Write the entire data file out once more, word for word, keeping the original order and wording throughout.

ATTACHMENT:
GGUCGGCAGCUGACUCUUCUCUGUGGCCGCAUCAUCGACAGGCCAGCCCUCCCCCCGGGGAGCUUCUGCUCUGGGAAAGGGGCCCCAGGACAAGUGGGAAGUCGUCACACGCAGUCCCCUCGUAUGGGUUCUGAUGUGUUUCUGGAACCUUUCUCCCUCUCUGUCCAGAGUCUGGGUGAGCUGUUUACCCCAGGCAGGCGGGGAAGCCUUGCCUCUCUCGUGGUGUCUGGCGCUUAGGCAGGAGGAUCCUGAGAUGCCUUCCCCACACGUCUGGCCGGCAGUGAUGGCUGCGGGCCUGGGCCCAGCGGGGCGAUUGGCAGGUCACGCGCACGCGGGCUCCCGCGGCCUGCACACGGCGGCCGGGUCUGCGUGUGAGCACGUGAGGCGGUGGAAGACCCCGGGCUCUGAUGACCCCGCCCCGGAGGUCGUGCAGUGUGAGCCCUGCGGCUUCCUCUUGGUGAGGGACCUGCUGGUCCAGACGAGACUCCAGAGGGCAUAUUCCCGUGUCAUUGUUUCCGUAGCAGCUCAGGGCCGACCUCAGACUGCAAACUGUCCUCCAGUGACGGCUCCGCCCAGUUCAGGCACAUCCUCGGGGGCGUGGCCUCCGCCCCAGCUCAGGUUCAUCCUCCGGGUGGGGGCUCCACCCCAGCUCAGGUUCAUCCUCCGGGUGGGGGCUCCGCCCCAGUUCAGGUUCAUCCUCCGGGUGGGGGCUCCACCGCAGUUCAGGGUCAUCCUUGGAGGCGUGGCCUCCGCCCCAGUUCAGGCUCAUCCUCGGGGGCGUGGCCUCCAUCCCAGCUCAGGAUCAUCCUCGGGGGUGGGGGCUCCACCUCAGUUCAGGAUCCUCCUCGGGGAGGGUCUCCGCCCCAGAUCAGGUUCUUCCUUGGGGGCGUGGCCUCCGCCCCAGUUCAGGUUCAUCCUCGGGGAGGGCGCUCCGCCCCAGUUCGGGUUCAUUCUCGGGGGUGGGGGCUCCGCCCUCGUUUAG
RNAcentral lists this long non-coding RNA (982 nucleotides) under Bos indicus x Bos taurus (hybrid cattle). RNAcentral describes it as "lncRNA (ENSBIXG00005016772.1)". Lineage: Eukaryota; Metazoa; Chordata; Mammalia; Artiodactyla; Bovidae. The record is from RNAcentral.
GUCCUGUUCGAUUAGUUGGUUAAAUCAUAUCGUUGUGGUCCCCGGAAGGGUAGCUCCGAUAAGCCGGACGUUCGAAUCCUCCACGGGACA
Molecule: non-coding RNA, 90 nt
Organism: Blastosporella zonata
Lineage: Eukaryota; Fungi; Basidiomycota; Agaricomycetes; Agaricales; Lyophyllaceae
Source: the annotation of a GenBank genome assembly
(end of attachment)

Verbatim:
GGUCGGCAGCUGACUCUUCUCUGUGGCCGCAUCAUCGACAGGCCAGCCCUCCCCCCGGGGAGCUUCUGCUCUGGGAAAGGGGCCCCAGGACAAGUGGGAAGUCGUCACACGCAGUCCCCUCGUAUGGGUUCUGAUGUGUUUCUGGAACCUUUCUCCCUCUCUGUCCAGAGUCUGGGUGAGCUGUUUACCCCAGGCAGGCGGGGAAGCCUUGCCUCUCUCGUGGUGUCUGGCGCUUAGGCAGGAGGAUCCUGAGAUGCCUUCCCCACACGUCUGGCCGGCAGUGAUGGCUGCGGGCCUGGGCCCAGCGGGGCGAUUGGCAGGUCACGCGCACGCGGGCUCCCGCGGCCUGCACACGGCGGCCGGGUCUGCGUGUGAGCACGUGAGGCGGUGGAAGACCCCGGGCUCUGAUGACCCCGCCCCGGAGGUCGUGCAGUGUGAGCCCUGCGGCUUCCUCUUGGUGAGGGACCUGCUGGUCCAGACGAGACUCCAGAGGGCAUAUUCCCGUGUCAUUGUUUCCGUAGCAGCUCAGGGCCGACCUCAGACUGCAAACUGUCCUCCAGUGACGGCUCCGCCCAGUUCAGGCACAUCCUCGGGGGCGUGGCCUCCGCCCCAGCUCAGGUUCAUCCUCCGGGUGGGGGCUCCACCCCAGCUCAGGUUCAUCCUCCGGGUGGGGGCUCCGCCCCAGUUCAGGUUCAUCCUCCGGGUGGGGGCUCCACCGCAGUUCAGGGUCAUCCUUGGAGGCGUGGCCUCCGCCCCAGUUCAGGCUCAUCCUCGGGGGCGUGGCCUCCAUCCCAGCUCAGGAUCAUCCUCGGGGGUGGGGGCUCCACCUCAGUUCAGGAUCCUCCUCGGGGAGGGUCUCCGCCCCAGAUCAGGUUCUUCCUUGGGGGCGUGGCCUCCGCCCCAGUUCAGGUUCAUCCUCGGGGAGGGCGCUCCGCCCCAGUUCGGGUUCAUUCUCGGGGGUGGGGGCUCCGCCCUCGUUUAG
RNAcentral lists this long non-coding RNA (982 nucleotides) under Bos indicus x Bos taurus (hybrid cattle). RNAcentral describes it as "lncRNA (ENSBIXG00005016772.1)". Lineage: Eukaryota; Metazoa; Chordata; Mammalia; Artiodactyla; Bovidae. The record is from RNAcentral.
GUCCUGUUCGAUUAGUUGGUUAAAUCAUAUCGUUGUGGUCCCCGGAAGGGUAGCUCCGAUAAGCCGGACGUUCGAAUCCUCCACGGGACA
Molecule: non-coding RNA, 90 nt
Organism: Blastosporella zonata
Lineage: Eukaryota; Fungi; Basidiomycota; Agaricomycetes; Agaricales; Lyophyllaceae
Source: the annotation of a GenBank genome assembly